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Smoke & Mirrors with Elissa Field

Interview by Mick Parsons (Read the Story) September 19, 2022

Elissa Field

Elissa Field

OK, so when I read this I remembered a cooking show (maybe The Great British Bake Off?) that did a segment on a shop in London that made traditional eel pies. Talk to me about what made you decide to write a piece of flash fiction with an eel narrator.

This piece came from a joyous place: raiding my own tweets. One of the things I love about Twitter is the wicked sense of humor shared among my writing crew there – which has a tendency to up my own humor game. The flash arose from an actual UK news story – yes, the headline was really “Another Problem Eels Don’t Need,” with wildlife experts worried about cocaine falling into the Thames. At the time, I tweeted that ‘another problem eels don’t need’ sounded like something that would become slang metaphor for the whole insanity of 2022.

There have been a few times – especially during the workshops of A SmokeLong Summer, when we were writing fast and furious every day – that I found myself hearing the seeds of flash pieces in what I was posting on Twitter (don’t even get me started about the whole sex toy story). My initial goal had little to do with the eels, but more with all that was going wrong in the world. In its earliest draft, each paragraph focused on that.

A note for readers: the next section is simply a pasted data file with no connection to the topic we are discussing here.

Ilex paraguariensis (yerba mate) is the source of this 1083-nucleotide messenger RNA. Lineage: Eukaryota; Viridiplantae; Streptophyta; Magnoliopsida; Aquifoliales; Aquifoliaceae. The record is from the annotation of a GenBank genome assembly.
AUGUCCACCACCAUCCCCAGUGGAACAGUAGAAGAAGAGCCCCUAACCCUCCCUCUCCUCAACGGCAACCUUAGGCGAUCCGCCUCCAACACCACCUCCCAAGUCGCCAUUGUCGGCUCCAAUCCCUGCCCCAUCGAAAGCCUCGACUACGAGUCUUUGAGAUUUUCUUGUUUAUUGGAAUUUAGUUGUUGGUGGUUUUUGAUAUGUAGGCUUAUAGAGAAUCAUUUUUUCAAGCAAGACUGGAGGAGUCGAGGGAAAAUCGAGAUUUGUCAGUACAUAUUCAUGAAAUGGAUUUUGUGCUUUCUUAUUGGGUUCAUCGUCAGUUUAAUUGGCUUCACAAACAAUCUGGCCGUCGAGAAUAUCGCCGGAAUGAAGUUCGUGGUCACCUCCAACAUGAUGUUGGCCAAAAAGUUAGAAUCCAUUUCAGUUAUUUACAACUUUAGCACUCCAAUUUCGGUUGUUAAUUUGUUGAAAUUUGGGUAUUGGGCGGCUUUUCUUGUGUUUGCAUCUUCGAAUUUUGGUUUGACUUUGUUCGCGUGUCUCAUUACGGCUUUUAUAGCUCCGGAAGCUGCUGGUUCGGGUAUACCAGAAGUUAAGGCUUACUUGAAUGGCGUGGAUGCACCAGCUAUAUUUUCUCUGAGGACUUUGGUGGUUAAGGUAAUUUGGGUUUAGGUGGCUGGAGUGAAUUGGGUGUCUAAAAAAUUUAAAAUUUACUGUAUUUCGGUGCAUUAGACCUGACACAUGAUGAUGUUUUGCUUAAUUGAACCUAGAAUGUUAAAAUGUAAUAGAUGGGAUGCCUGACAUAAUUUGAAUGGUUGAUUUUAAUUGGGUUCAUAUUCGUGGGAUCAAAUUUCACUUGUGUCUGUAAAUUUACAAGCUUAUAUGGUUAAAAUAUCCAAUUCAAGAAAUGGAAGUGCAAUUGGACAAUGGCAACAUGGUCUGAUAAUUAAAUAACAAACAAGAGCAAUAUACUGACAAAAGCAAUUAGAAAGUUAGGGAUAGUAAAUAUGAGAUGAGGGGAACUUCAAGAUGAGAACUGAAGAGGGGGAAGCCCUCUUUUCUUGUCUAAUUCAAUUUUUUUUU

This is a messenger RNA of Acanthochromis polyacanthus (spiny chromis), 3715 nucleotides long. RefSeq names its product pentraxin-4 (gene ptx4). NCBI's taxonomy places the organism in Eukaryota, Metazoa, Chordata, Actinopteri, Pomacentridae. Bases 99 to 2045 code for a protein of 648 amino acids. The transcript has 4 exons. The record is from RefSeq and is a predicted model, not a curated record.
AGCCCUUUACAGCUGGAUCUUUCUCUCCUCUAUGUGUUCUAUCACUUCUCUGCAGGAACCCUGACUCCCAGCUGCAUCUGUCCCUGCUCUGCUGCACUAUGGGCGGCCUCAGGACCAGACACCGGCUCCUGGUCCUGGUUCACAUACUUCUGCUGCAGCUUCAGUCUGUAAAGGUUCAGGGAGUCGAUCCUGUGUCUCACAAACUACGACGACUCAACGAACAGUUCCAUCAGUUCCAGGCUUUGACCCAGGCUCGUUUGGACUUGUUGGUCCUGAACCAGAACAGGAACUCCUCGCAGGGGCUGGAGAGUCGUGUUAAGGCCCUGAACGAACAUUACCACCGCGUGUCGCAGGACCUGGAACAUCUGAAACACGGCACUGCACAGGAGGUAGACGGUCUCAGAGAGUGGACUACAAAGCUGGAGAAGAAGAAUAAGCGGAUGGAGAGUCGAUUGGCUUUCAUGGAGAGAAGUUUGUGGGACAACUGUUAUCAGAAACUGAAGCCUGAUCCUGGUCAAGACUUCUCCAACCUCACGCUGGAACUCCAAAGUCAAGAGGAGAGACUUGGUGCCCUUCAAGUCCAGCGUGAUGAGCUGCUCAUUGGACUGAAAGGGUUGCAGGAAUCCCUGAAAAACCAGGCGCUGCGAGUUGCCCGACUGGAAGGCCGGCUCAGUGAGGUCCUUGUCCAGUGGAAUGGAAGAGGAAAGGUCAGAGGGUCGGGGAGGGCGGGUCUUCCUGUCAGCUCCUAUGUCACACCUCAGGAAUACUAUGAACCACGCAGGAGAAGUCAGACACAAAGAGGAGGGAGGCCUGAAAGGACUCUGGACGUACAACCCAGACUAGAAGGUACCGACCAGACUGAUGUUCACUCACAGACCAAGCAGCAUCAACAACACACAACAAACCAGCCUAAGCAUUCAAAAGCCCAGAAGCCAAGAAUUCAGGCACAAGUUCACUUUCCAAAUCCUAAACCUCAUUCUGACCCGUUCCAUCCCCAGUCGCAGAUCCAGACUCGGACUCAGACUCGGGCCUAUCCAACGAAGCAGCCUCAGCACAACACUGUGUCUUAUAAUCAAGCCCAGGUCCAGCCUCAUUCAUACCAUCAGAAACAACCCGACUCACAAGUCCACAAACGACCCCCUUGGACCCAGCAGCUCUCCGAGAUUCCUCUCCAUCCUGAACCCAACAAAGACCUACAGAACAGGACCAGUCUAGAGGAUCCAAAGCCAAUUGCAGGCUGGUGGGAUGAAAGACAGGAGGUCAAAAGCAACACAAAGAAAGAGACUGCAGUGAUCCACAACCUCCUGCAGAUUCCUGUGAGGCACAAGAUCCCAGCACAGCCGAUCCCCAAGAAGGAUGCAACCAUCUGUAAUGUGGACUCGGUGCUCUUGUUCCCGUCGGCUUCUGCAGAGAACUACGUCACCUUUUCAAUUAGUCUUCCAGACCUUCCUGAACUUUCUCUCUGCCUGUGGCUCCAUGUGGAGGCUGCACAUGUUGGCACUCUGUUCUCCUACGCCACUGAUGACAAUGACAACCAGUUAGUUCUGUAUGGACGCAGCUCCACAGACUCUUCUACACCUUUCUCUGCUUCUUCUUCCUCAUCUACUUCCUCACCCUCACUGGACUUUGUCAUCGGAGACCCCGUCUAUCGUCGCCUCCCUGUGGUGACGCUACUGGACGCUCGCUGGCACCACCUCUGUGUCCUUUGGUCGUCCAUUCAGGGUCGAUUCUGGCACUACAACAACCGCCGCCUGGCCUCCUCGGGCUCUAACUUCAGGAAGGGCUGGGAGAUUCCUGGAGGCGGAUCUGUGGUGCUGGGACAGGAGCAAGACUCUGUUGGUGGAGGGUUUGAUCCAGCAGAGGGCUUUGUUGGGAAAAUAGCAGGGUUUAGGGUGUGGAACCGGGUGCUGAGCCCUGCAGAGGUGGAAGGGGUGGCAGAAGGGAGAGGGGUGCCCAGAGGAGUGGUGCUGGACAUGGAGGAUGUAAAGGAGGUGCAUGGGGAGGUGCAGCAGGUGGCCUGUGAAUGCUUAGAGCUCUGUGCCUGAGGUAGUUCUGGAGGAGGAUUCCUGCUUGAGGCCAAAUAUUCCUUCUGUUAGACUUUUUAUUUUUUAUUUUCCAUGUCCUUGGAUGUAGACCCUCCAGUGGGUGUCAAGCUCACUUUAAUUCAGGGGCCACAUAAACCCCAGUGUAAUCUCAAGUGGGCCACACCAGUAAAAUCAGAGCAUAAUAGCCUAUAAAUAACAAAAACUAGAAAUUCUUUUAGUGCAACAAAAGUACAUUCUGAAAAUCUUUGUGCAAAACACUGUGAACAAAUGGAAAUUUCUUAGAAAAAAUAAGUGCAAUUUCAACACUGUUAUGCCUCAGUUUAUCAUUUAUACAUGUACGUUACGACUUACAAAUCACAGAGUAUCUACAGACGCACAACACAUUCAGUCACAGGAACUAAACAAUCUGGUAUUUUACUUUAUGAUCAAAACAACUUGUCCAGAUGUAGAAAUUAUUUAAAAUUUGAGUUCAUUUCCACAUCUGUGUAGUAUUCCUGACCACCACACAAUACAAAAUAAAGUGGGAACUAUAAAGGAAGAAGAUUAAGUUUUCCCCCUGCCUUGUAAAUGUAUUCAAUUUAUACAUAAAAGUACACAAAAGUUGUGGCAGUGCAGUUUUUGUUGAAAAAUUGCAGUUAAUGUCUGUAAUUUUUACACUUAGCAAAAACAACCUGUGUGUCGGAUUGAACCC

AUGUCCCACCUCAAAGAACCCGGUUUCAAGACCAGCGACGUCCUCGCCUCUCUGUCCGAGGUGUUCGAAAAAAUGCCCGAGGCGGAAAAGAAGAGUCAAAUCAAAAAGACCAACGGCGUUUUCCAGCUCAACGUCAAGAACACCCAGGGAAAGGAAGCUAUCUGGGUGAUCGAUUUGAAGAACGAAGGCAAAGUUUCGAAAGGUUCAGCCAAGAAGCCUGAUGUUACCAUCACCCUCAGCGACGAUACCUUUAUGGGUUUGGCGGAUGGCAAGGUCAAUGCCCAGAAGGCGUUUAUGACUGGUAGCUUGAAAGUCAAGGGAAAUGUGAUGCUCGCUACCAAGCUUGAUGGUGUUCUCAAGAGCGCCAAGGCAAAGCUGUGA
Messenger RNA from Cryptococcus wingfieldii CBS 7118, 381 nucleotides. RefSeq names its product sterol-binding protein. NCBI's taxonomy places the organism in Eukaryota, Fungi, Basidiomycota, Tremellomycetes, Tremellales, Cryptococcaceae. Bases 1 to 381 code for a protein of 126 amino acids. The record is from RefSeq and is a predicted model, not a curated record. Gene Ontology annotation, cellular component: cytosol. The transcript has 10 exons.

But that eel’s voice just took over. Number one thing I’ve been learning: when an eel takes over, you give it the wheel. A bit of eel sex research (yes, that’s a thing) and it all started coming together. Cough.

Related to the previous question: Have you ever eaten an eel pie? If so, would you recommend it?

The closest I come to eating eel pie is that I made an “eeeeeee” sound at the thought of it. I speak multiple languages and frequently write across international borders, but my travel weakness is that I am not the bravest eater. Which of course makes me an excellent advocate for NOT eating eels.

I’d add: prior to this piece, my closest connection to eels is that I am a ravenous fan of crime noir and I’d heard a murderous rumor that eels used to be kept in the bottom of freshwater wells because they would eat dead things that fell in, helping to keep the water sanitary (is that a lie? did I believe a lie?)… which puts eels in a nightmare category for me.

I also live in the tropics, and I know of eels as one reason you never put your hand into any kind of hole underwater. You’re welcome for that pro tip.

I’ve heard editors … and some writers… quip that flash fiction is nothing but a first draft. Why are they wrong? What makes flash fiction different? What’s your editing process like?

Most of the time, I write longer. For those of us writing novels, there is a relief in the brevity of flash – of being able to write many things instead of just one long one; of being able to be done quickly.

That doesn’t mean flash happens in a first draft. Flash is meticulous art. There is a level of precision of language, image, sound, and effect in flash that doesn’t come from throwing spaghetti at a wall. Honing takes place at the word level, at sentence beat and rhythm, in contraction to intensify, and expansion to increase effect. Lots of my drafts are waiting to be combined with other pieces or reworked or tried in a new structure or…